# Revision history [back]

The easiest way I found to go about this is to first set some permanent environment variables in your Windows environment. This can be done through a GUI in Windows, or via the cmd console. The console commands to set the necessary variables are:

setx Path "%Path%;C:\Program Files\SageMath 8.1\runtime\opt\sagemath-8.1\local\lib;C:\Program Files\SageMath 8.1\runtime\opt\sagemath-8.1\local\bin;C:\Program Files\SageMath 8.1\runtime\bin;C:\Program Files\SageMath 8.1\runtime\lib\lapack"
setx SAGE_ROOT /opt/sagemath-8.1
setx SAGE_LOCAL /opt/sagemath-8.1/local
setx DOT_SAGE /dot_sage


There are likely some others that should be set as well, but that was the bare minimum I found necessary to get Sage's Python interpreter working happily in PyCharm.

Then we need to correctly add Sage's Python interpreter to PyCharm's list of available interpreters. From the Welcome screen click on the little "Configure" gear and select "Settings" from the menu:

In the settings page select "Project Intepreter"--this is where you can add additional interpreters for use across projects. You might have something different shown here for an already existing interpreter.

Click the little gear icon in the top-right corner next to the drop-down list of available interpreters, and select "Add Local" from the menu. Then from the list of interpreter types, select "System Interpreter":

Browse to the python2.7.exe executable under C:\Program Files\SageMath 8.1\runtime\opt\sagemath-8.1\local\bin (or you can just copy this path directly into the file browser):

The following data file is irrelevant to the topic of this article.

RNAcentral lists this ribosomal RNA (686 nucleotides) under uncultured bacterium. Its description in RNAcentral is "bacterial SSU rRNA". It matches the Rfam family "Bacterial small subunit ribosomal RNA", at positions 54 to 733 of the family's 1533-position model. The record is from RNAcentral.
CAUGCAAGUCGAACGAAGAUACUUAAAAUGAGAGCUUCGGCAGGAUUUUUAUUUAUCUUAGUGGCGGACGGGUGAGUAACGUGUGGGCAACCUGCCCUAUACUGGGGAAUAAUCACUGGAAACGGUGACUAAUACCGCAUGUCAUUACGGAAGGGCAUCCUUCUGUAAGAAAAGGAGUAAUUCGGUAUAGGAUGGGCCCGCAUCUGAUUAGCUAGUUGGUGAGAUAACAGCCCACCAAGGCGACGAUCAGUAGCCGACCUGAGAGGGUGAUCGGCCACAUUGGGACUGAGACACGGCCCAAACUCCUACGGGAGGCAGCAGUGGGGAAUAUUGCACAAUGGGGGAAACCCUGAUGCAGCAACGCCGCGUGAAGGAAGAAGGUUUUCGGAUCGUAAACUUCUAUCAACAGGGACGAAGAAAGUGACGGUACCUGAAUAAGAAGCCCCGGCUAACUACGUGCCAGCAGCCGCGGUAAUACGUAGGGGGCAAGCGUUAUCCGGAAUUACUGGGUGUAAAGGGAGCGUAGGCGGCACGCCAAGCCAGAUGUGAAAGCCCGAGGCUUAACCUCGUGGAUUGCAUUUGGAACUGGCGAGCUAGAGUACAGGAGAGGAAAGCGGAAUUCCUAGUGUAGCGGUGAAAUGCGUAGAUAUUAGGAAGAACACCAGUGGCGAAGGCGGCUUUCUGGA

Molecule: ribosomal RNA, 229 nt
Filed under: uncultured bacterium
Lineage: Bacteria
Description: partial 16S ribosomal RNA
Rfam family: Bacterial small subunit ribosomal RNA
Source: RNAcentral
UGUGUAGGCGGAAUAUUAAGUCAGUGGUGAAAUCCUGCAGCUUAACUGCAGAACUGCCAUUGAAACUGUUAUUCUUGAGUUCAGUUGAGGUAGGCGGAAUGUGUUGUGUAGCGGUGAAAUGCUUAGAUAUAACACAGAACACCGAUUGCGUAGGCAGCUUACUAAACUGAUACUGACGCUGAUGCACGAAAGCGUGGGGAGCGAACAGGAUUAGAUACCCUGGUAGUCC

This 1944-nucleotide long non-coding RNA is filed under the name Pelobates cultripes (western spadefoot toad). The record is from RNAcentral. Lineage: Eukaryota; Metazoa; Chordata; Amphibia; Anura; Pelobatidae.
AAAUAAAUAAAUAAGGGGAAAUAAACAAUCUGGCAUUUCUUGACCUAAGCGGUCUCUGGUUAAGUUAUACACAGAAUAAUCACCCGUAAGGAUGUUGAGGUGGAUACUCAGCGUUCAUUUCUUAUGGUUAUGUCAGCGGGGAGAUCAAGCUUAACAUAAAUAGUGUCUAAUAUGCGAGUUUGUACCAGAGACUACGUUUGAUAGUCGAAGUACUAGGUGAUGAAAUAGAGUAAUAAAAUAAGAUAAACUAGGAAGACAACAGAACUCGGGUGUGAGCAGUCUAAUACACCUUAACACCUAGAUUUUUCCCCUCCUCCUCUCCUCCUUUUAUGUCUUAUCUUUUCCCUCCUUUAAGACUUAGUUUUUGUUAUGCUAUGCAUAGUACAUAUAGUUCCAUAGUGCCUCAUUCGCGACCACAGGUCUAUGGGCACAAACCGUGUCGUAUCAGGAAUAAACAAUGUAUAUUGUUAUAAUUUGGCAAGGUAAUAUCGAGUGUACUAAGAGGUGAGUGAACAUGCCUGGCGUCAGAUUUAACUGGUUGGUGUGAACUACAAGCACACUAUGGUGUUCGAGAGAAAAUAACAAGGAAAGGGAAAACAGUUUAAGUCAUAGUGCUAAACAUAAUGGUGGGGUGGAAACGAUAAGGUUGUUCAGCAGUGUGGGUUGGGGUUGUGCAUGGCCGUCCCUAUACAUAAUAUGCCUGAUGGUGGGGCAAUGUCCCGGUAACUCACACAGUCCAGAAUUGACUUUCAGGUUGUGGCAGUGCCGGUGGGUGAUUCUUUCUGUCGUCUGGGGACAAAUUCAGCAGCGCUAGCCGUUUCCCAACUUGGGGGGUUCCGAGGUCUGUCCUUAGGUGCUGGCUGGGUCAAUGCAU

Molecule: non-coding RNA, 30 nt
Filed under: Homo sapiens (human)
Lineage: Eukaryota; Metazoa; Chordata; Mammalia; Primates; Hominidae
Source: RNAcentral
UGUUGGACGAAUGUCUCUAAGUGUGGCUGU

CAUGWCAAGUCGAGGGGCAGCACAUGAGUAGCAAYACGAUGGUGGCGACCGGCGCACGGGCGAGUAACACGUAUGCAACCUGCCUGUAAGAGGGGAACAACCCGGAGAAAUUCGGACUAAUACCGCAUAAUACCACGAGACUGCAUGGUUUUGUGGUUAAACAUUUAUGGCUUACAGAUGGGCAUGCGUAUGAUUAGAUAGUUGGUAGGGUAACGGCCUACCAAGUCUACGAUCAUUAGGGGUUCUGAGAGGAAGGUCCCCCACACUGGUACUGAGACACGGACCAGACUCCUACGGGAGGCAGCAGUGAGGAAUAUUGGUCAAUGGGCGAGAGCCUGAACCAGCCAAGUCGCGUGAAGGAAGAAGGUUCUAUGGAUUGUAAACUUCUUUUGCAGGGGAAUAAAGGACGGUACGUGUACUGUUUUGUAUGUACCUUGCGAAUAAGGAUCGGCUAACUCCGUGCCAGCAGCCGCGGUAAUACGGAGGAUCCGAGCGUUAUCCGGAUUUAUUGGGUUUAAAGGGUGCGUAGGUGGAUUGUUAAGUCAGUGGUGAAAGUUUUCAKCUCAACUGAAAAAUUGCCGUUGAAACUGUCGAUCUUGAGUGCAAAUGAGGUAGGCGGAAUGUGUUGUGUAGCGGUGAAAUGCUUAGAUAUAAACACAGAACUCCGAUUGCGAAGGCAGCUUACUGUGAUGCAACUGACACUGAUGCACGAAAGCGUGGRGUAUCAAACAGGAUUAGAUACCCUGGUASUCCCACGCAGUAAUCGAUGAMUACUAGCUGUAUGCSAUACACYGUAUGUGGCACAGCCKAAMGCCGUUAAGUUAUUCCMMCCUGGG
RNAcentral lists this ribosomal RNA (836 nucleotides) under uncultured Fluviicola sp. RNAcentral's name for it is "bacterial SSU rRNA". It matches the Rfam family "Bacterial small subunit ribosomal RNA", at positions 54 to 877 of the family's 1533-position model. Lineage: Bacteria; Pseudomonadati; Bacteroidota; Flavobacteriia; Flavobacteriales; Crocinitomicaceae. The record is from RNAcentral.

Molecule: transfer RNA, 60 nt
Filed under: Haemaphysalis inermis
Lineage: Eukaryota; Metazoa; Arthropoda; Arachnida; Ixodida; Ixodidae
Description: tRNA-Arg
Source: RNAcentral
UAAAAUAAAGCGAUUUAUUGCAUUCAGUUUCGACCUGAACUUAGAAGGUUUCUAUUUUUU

If you set up the correct environment variables, PyCharm should be able to successfully execute Sage's Python interpreter, and also populate the list of packages installed for that interpreter, and you'll see something like this:

If you didn't set the Path environment variable correctly, then you'll get an error here (it might show "Permission error" or something like that). This is because Windows uses the Path environment variable to search for DLLs, and the correct paths need to be added in order to find the Cygwin DLL, among others. Otherwise the interpreter executable can't even start. If this does happen you can still proceed with adding that interpreter, but it won't work until you set the necessary environment variables.

Then when you start a new project, make sure to select the Sage Python as the default interpreter (you might be able to use it with a virtualenv as well but I haven't tried that--if you do make sure it inherits system site-packages, or else you don't get Sage, etc.) In general I don't think it's necessary:

Finally, PyCharm also allows you to set environment variables to run the interpreter with on a per-project basis in a couple differentl places. You can configure environment variables in the "Run" configurations, and then again (separately, unfortunately) in the settings for the Console. This is actually what I did initially--I set Path, as well as SAGE_ROOT etc. just in PyCharm and that worked as well. But I found it simpler to just set the environment variables permanently in my environment. Then things "just worked".

Be aware that this is still just the normal Python interpreter, not the Sage interpreter, so it doesn't know how to run .sage files, nor is it aware of Sage syntax. But you should be able to from sage.all import * and use Sage objects in plain Python. To get that all working might be a little bit tricky, and I think should be tackled as a separate question.